“There was this new concept called a coffee house. Well, it wasn't new to Europe, because it was an old tradition,” explains Dane. “A person with a guitar and the ability to hold a few people in rapture for a few minutes was a good idea. For some reason, the people opening Beat coffee houses thought that it wasn't really gonna be seen as a real Beat coffee house unless I came and sang in the opening weeks of the place.”
Dane soon ventured on to new territories of the revived traditional jazz scene and the ongoing blues scene in the Bay. It was exposure to Bessie Smith 78s that made Dane think, “Darn, I'd like to sing those songs.” To her, those songs represented a statement of women, and a chance for her to shadow her true feelings under the cover of the blues.
This approach still resonates in her live performances today. “What I try to do is give them something that they can absorb and carry out of the place and sing it on the way home, and keep singing it, and let it hold them up when they can use it,” explains Dane, referencing Mama Yancey, someone she considers a mentor. Yancey’s song “How Long Blues” is a prime example. “In those days, you see, the blues could only talk about certain things. ‘Cause we would talk about days that the racism was so thick everywhere that to talk about your troubles in any realistic way in so many words was just not possible. You had to cover it up with other things.”
Following her coffee house days, Dane became a seasoned performer while holding a regular spot at Jack’s Waterfront Hangout in San Francisco. There, she met banjo and cornet player Dick Oxtot and pianist Bill Erickson, and the trio took part in a nightly variety show that would push her to the next phase. “That was my first introduction to show business, ‘cause it was two years of your Master’s Degree,” she recalls, following it up with, “I call the Ash Grove my Ph.D.”
A decade since she’d first passed through Los Angeles in 1958, she ended up returning to the Ash Grove on Melrose Avenue for a three-year homecoming. It wouldn’t be long before she would render one of Reynolds’ most well-known compositions, “It Isn’t Nice.” Not only would it become an important civil rights anthem, with references to murders in Alabama and cries for freedom, it would also be recorded with the then-relatively unknown gospel group the Chambers Brothers.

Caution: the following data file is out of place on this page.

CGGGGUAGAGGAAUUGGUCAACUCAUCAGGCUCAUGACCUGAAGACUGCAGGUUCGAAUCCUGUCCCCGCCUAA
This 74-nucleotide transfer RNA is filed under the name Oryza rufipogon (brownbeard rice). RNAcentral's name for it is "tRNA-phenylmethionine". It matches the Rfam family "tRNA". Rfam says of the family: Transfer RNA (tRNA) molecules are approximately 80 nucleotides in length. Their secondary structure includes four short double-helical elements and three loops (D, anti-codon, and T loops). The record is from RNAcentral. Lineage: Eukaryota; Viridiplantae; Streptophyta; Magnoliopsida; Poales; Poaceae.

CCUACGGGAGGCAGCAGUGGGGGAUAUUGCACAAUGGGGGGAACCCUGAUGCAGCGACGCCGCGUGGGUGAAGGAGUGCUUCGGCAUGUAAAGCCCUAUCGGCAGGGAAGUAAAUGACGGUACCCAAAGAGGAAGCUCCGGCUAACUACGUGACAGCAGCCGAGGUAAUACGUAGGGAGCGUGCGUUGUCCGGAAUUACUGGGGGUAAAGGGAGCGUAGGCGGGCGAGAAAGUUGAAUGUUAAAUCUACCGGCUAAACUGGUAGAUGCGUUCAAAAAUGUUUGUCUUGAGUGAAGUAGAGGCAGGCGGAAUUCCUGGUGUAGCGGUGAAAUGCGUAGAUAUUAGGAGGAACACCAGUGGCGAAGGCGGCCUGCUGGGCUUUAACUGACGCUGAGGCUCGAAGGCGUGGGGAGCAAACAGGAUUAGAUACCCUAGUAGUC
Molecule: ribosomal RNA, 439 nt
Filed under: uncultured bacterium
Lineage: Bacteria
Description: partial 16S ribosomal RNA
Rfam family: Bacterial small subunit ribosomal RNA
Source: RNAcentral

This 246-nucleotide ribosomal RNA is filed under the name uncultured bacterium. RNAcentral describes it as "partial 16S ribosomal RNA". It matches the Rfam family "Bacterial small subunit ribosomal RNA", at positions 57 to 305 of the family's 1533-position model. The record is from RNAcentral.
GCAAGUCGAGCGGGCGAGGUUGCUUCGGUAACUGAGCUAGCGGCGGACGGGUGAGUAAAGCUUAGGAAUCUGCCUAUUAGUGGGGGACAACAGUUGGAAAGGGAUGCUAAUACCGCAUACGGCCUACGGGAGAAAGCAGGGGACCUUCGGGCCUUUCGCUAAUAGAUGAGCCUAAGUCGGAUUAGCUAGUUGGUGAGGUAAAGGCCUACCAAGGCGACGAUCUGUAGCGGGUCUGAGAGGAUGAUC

It was Ed Pearl, now 80, that first introduced Dane to the Chambers Brothers after blues musician Sam “Lightnin’” Hopkins pushed for him to listen to their audition. Pearl recalls the conversation with Hopkins, “Lightnin’ said, ‘Well if they pass the audition, can they appear with me on the New Year's program and Barbara Dane too?’” Needless to say, they passed the audition.
“Back in the '60s I was doing a lot of singing of the freedom songs that were used to animate the whole movement that was engrossing the whole nation,” recalls Dane. “As soon as I heard the wonderful harmonies that they could do, I said, ‘I need to get them to help me out with these freedom songs.’”
The relationship with Dane bore fruit, and not only did the Chambers Brothers record an entire record with her — “Barbara Dane and the Chambers Brothers” released in 1966 — but they would soon join her on tour. At her performance at UCLA’s Royce Hall October 21, the brothers will join her once again.
To mark the occasion, the revered preservationist label Smithsonian Folkways will offer a vinyl edition of that 1966 recording that has become an underground favorite. Back in 1991, Dane and her activist husband, Irwin Silber, donated their Paredon record label catalog to Smithsonian Folkways to keep it in circulation.
Certain to be on the set list is “Tell Me How Long Blues,” Dane’s updated answer to the classic blues anthem, included on her new album, “Throw It Away.”
After all she’s done and all she’s seen, she remains active and optimistic. Though it’s not as easy as it once was to stay at the center of the action, she makes every effort to stay involved. “I tell you from life experience, that is the one thing I draw strength from… It's ongoing. It's ever-flowing. Human beings are just full of goodness, if you let it loose. If you don't get in the way.”
Whether it’s a reunion of those who used to sit at the edge of the stage for her sets at the Ash Grove, or the generations that have come up since, all eyes and ears will be ready to take in the message that can only come from years of engagement and the love of song that never grows old.